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Restaurant-Loving Angelenos Dined Out Even on Thanksgiving 1930, Adding Diversity to the Menu

Are you sure your Southern California ancestors gathered 'round the table and ate a traditional Thanksgiving dinner in 1930? Do you have photos as proof? According to Time Out, Angelenos eat out more than any other residents of any other city in the United States. With a rich history of ethnic and cultural diversity, there were many different cuisines from which to choose. Looking back through local newspapers, it appears that the Los Angeles area offered numerous eclectic restaurants in the early 20th century. November 1930 was one year into the Great Depression, but that didn't stop dining establishments from advertising in The Los Angeles Times, luring potential patrons with special $1 meals and exotic menus.

At the Paris Inn Cafe on Market Street across from City Hall, a New England-style dinner was $2 but included singing waiters. The Cafe Vienna on Fairfax near Beverly offered a 12-course dinner for $1.25, which included turkey, duck, goose, or chicken. A seven-course dinner featuring American and Chinese dishes was available at Ara's Chinese Cafe on Wilshire Boulevard. Taix French Restaurant (one of LA's oldest restaurants) offered a "better than ever" special course dinner. This could be eaten in the main dining room for $1 or in a cozy, private booth for $1.25. The Pig 'n Whistle—which reopened and then closed during the pandemic—boasted 12 restaurants in LA, Hollywood, and Pasadena, with dinner served until 9 p.m. Mexican dishes like enchiladas and tamales were served with turkey at Casa Verdugo and Loomis' La Casa Pico.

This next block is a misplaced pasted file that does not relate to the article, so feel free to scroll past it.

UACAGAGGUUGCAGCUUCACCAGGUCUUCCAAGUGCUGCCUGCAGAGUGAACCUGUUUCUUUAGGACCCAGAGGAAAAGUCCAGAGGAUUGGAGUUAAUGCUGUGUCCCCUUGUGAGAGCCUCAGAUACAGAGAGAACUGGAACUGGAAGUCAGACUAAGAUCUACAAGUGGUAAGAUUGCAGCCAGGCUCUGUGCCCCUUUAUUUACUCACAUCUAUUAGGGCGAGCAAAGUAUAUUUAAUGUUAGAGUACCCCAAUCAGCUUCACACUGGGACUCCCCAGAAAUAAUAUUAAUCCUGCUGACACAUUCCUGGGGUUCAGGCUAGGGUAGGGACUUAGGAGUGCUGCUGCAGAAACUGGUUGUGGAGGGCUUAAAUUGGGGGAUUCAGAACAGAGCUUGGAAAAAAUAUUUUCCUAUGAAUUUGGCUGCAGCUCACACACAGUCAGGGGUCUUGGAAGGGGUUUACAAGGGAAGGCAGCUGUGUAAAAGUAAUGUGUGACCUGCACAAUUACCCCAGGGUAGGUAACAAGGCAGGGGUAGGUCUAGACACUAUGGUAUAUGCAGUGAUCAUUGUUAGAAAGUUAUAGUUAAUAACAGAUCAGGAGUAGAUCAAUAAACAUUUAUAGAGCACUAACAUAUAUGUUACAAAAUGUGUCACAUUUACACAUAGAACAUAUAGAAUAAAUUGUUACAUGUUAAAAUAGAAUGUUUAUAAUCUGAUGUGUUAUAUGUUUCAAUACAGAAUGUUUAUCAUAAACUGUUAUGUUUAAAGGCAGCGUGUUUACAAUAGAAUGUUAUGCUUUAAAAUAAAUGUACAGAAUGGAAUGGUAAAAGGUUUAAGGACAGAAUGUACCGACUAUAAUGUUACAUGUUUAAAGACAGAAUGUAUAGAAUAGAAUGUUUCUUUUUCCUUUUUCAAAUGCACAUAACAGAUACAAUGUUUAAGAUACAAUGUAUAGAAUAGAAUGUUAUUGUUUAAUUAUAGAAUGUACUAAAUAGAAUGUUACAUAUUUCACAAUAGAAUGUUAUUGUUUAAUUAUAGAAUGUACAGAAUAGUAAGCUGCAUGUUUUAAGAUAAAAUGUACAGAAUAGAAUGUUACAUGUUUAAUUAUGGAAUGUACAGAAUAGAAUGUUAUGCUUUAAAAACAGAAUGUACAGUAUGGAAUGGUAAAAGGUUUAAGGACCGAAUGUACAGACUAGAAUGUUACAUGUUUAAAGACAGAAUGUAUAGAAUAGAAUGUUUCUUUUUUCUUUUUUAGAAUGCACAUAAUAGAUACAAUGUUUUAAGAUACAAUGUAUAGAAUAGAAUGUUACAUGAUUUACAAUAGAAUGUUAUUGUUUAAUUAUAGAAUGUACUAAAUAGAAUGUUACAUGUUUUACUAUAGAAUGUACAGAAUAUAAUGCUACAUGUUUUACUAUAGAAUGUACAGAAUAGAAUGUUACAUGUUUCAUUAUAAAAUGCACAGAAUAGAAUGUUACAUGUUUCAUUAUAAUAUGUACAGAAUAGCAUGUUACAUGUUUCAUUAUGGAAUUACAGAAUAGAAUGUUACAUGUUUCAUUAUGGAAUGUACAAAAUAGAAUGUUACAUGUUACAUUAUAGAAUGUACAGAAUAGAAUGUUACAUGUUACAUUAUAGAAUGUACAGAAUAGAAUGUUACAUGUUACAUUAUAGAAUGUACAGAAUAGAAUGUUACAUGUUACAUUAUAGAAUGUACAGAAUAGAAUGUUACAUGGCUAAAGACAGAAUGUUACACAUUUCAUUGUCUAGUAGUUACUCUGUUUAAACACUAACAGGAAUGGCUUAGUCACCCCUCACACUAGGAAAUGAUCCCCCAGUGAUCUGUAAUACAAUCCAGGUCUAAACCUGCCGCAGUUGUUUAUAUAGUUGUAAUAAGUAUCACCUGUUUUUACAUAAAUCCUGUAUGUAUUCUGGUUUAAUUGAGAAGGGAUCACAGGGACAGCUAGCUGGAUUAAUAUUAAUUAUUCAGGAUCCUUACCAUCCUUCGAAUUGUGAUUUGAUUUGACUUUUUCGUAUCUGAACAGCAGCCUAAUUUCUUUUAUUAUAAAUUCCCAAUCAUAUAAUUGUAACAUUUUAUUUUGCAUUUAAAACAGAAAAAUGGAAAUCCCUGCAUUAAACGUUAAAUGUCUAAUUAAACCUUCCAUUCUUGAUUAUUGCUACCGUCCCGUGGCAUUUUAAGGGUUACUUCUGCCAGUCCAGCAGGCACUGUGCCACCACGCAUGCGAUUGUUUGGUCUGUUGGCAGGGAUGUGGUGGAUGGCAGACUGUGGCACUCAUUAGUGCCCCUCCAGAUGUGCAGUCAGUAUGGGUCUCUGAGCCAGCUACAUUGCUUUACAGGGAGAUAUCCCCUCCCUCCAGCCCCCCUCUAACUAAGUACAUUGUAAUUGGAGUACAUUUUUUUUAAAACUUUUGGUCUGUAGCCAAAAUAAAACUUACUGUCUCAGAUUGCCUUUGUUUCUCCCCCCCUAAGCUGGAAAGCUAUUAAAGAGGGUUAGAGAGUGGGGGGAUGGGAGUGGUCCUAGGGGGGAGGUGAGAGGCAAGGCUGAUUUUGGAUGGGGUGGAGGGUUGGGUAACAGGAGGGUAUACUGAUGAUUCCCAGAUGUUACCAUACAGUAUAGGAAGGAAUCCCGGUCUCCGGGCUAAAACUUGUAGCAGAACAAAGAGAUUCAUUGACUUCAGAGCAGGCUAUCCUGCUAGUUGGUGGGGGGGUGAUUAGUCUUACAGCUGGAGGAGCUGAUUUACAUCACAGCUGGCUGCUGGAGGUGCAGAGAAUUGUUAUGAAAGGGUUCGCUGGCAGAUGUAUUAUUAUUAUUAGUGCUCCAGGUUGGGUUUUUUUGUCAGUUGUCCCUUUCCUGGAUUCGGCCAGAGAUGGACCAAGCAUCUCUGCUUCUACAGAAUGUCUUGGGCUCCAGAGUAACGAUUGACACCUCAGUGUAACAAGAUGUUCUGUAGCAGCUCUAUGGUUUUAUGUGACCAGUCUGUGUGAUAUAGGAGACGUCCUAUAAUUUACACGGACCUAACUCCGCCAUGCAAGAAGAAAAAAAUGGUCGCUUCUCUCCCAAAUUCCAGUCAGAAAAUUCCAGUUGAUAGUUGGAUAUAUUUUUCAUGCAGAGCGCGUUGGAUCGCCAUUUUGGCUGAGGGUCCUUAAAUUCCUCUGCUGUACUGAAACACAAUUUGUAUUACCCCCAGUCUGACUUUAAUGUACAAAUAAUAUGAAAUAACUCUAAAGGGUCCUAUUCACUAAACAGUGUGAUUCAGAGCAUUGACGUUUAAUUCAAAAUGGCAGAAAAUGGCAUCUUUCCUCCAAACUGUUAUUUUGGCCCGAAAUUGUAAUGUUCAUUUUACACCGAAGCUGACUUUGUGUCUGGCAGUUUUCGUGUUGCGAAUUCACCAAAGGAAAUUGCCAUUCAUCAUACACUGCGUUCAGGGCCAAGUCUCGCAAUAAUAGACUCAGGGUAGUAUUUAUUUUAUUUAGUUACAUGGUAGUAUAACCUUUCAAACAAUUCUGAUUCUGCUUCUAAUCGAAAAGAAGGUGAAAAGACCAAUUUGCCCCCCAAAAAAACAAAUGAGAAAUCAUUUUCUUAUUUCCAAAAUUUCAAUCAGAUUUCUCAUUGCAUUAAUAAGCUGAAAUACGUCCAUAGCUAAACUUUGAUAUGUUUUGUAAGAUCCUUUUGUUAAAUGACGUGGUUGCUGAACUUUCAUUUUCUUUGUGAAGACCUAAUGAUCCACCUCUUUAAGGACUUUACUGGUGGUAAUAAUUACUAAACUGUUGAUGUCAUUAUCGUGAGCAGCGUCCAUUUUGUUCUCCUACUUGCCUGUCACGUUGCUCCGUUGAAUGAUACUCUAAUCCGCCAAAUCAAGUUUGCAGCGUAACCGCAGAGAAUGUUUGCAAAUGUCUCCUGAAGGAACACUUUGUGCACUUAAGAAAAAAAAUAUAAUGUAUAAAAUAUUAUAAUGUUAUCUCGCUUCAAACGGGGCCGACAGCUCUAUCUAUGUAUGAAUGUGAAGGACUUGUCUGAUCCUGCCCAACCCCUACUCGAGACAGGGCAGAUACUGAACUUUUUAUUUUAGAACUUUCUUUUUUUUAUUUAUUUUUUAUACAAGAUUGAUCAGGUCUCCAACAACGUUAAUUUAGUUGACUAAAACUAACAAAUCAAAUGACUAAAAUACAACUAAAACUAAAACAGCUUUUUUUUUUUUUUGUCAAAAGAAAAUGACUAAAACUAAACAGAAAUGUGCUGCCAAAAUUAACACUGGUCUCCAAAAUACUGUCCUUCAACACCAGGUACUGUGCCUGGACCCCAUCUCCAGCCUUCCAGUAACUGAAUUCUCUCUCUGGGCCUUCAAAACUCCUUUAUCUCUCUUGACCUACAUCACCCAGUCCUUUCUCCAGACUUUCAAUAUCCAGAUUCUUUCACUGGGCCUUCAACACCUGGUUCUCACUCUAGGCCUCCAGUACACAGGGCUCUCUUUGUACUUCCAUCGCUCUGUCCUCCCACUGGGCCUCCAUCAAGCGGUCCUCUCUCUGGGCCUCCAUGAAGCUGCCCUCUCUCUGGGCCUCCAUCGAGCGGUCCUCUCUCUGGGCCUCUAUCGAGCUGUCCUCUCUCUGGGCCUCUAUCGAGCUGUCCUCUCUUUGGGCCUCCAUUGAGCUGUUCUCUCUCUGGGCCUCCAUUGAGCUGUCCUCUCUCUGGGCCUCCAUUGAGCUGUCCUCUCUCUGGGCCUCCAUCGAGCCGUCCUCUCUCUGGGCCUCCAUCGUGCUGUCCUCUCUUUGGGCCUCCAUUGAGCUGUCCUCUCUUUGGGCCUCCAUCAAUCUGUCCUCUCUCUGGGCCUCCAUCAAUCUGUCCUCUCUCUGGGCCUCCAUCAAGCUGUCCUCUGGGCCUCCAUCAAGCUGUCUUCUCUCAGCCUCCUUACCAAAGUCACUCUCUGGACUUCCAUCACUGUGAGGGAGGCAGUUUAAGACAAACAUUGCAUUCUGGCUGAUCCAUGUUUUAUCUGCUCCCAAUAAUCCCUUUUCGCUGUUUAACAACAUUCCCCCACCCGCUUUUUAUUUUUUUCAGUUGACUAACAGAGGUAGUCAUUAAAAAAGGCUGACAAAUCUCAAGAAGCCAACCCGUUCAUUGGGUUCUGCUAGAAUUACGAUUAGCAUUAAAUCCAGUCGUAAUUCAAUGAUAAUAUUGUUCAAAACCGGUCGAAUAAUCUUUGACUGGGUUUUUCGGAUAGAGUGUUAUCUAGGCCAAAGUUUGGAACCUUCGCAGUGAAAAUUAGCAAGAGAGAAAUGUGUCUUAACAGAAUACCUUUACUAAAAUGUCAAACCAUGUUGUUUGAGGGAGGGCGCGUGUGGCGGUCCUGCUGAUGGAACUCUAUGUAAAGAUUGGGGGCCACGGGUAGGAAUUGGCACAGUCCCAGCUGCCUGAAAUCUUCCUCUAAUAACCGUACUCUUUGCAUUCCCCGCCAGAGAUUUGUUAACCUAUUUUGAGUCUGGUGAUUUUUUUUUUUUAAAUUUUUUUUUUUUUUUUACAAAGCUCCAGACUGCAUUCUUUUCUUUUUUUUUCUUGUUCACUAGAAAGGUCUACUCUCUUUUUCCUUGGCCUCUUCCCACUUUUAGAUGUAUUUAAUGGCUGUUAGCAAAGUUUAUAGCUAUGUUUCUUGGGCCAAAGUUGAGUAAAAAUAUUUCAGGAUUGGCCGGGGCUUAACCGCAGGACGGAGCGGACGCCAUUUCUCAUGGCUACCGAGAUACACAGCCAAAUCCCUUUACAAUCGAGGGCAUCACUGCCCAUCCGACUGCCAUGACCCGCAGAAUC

One more intriguing and prominent ad was for La Palma Patio Cafeteria on Grand Avenue downtown. Thanksgiving dinner promised "luscious food prepared by women cooks—the tastiest ever. The latchstring is out—a true California welcome

awaits you. Large tables for the family or a cozy table for two." Hmmmm: the food or the cooks were luscious?

A Restaurant and Resort Thanksgiving Weekend in 1930 Southern California

If you had the finances and wanted to make it a four-day holiday, you could take a white-knuckle ride on the Mt. Lowe Pacific Electric Railway and stay at the Mt. Lowe Tavern, which offered "A Different Thanksgiving in Bracing Mountain Air."

Mount Wilson also touted an alpine dining experience: "Eat Thanksgiving Dinner Above the Clouds." The Mt. Lowe ad depicts a refined, Art Deco-style couple savoring the "crisp mountain air," oblivious to the Depression and impending Dust Bowl migration.

Henry Huntington bought the railway and combined it with his Pacific Electric Railway. Huntington couldn't find investors; by 1936, the resort was in bad shape due to torrential rains, flooding, and a lack of visitors. Formerly touted as Southern California's most popular tourist attraction, the Mt. Lowe Railway and resort closed in the late 1930s, a victim of the Depression and natural disasters.


Jenny Hawran
Jenny Hawran

This is so fun to look back at this! I'm all for the singing waiters! Thanks for sharing.


Fascinating insight into Thanksgiving celebrations over the years

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